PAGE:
Baby’s Breath (Gypsophila paniculata)

Baby’s Breath, Gypsophila paniculate, invasive plant

General: Tumbleweed shaped plant.

Height: Grows up to 1m tall.

Flowers: Small white flowers. Flowers are 1.5-3mm wide with 5 petals. They occur at the end of the stem in a cluster.

Leaves/Stems: Slender leaves covered in a powdery film. Leaves are 1.8-10 cm long and shorter toward the top of the stem.

Root: Taproot that is up to 3.6m deep.

Bristol fairy, Maiden’s breath

Native plant Pearly Everlasting (Anaphalis magaritacea). This plant has soft, hairy leaves and is not bushy.

Where did it come from? Introduced from Eurasia as an ornamental. It is still used extensively in the floral industry.

Where does it grow here? It prefers disturbed areas, open spaces like grasslands, pastures and roadsides. It grows in sandy soils.

Reproduction: Only by seed. One plant can produce up to 13,000 seeds. Seeds stay viable in soil for up to 2 years.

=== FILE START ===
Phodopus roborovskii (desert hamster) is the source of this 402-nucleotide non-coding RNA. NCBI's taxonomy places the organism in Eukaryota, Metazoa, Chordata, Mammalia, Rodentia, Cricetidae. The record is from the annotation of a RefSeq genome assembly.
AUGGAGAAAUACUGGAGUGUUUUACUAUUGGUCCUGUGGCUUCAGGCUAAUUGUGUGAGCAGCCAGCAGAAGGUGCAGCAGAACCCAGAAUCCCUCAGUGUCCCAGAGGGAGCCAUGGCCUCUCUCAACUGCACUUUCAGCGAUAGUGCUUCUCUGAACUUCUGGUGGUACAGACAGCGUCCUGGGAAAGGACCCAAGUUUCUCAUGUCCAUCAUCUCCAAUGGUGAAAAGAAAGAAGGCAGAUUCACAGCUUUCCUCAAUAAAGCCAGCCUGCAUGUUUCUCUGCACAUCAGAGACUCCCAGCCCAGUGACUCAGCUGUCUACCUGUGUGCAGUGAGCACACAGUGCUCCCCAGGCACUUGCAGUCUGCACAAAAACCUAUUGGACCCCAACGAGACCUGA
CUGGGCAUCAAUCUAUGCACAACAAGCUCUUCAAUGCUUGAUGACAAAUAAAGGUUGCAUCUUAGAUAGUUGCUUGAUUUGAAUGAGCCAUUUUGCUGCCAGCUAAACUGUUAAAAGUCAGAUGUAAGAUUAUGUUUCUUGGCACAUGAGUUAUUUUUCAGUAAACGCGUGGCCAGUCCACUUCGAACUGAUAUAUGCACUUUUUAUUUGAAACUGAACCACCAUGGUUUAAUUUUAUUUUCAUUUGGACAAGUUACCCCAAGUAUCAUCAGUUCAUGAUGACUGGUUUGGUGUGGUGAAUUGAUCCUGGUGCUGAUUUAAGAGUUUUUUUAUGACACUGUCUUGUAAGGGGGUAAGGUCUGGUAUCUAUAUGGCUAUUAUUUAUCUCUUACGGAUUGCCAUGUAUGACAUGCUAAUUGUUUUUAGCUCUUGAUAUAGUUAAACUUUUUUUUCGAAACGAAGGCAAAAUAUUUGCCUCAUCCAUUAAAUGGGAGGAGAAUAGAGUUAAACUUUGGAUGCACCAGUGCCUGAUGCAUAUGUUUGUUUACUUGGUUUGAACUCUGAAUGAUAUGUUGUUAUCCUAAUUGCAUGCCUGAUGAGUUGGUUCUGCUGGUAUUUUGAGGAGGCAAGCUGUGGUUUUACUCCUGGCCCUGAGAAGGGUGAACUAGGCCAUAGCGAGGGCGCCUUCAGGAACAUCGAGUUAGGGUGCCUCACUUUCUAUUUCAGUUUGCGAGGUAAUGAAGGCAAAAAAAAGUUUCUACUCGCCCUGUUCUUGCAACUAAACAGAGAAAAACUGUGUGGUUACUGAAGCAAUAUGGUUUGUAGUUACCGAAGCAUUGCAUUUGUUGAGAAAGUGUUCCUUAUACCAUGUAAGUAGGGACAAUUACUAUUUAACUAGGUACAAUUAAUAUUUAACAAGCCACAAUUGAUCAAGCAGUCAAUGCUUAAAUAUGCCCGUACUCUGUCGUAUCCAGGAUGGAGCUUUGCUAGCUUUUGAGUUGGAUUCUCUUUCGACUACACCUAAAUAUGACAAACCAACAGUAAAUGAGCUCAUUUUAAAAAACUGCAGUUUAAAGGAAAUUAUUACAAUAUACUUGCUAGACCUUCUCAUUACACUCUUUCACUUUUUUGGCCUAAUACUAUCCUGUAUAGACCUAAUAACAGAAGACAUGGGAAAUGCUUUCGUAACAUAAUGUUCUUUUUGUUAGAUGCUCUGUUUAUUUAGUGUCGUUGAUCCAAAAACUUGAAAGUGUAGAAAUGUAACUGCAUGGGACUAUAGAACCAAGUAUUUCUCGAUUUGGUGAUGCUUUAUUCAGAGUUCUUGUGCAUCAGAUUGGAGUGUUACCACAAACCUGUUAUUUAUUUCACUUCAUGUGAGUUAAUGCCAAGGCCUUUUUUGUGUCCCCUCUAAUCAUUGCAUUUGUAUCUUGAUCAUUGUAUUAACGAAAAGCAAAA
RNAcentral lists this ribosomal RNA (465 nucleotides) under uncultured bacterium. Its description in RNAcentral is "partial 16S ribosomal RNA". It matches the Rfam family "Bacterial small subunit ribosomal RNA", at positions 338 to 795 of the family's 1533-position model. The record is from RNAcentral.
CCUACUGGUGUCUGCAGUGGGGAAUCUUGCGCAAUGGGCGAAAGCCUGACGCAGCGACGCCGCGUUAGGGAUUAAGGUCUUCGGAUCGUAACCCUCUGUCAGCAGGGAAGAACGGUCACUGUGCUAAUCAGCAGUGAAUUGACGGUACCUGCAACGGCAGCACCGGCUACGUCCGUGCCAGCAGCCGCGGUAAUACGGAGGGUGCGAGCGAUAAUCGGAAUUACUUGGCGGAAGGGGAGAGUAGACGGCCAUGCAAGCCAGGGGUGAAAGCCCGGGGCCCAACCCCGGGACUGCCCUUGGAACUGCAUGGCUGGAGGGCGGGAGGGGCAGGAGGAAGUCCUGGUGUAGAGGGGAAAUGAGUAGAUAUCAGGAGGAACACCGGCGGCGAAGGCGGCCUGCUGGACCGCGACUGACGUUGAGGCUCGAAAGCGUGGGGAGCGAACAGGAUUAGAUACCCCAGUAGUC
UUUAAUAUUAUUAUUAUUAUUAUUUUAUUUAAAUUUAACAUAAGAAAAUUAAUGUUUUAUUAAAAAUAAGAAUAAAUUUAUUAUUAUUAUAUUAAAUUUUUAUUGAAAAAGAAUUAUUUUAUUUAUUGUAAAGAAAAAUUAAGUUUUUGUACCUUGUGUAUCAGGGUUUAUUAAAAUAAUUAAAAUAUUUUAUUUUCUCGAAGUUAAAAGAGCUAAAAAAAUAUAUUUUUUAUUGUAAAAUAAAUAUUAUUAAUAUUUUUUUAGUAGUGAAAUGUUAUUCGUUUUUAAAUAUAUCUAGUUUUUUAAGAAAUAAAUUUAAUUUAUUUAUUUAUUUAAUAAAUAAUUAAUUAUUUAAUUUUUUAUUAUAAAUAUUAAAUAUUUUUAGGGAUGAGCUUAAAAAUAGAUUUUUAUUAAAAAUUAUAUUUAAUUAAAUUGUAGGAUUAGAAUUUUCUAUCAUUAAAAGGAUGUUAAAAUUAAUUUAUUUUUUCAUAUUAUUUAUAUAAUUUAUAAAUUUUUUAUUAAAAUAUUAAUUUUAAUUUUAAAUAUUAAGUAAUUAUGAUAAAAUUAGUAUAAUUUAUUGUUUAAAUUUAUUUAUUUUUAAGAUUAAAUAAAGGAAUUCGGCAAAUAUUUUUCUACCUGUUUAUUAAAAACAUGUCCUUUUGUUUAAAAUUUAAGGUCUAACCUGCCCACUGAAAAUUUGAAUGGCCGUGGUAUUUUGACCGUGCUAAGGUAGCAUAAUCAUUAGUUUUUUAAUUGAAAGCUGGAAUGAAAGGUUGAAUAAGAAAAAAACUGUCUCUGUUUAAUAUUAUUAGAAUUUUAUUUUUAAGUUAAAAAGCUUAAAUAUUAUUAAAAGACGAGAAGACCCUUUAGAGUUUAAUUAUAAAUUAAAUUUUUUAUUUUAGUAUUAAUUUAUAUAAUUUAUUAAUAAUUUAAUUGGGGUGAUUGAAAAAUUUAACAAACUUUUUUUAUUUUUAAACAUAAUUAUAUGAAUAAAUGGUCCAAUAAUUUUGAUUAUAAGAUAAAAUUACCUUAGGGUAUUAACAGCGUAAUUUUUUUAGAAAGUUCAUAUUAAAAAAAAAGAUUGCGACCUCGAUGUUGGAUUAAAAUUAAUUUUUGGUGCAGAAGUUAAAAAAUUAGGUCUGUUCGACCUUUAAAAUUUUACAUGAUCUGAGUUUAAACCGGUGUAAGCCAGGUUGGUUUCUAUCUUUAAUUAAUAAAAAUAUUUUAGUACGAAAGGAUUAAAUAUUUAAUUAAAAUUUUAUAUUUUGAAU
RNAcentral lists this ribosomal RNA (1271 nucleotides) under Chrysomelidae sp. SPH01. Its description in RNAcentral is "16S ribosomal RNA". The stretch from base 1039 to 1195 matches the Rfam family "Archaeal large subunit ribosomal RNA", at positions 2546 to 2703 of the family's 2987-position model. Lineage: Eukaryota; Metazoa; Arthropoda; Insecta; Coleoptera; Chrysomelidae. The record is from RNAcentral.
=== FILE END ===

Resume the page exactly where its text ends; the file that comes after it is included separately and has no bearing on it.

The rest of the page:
When does it grow, flower & seed? Sprouts in April. Flowers June-July. Seeds August - October.

Spreads By: Primarily by wind. The stem breaks off at the bottom and the plant becomes a tumbleweed spreading seeds as it moves.

Plant Type: Annual

  • Baby’s Breath can contaminate hay.
  • Reduces the value of the hay crops.
  • Takes over pastures and roadsides.
  • Out-competes native & forage species.
  • Creates monocultures.
  • Review your property regularly for this species.
  • Treatment by hand-pulling or digging is effective for small patches. The large taproot can be difficult to dig out. Remove small patches before the flowering stage. If possible, dig out the root because it can re-grow from the crown of root.
  • Cover bare patches or disturbed soil by planting or seeding with non-invasives.
  • Check areas where you have removed invasives for any new plants that year and in future growing seasons.
  • Dispose of invasive plants responsibly. Composting and burning are not recommended.
  • Contact LRISS for specific treatment recommendations.

Southern Interior Weed Management Committee. 2016. Invasive Plants of the Southern Interior BC.

Okanagan Invasive Species Online

Photo by J. Rasmussen

 

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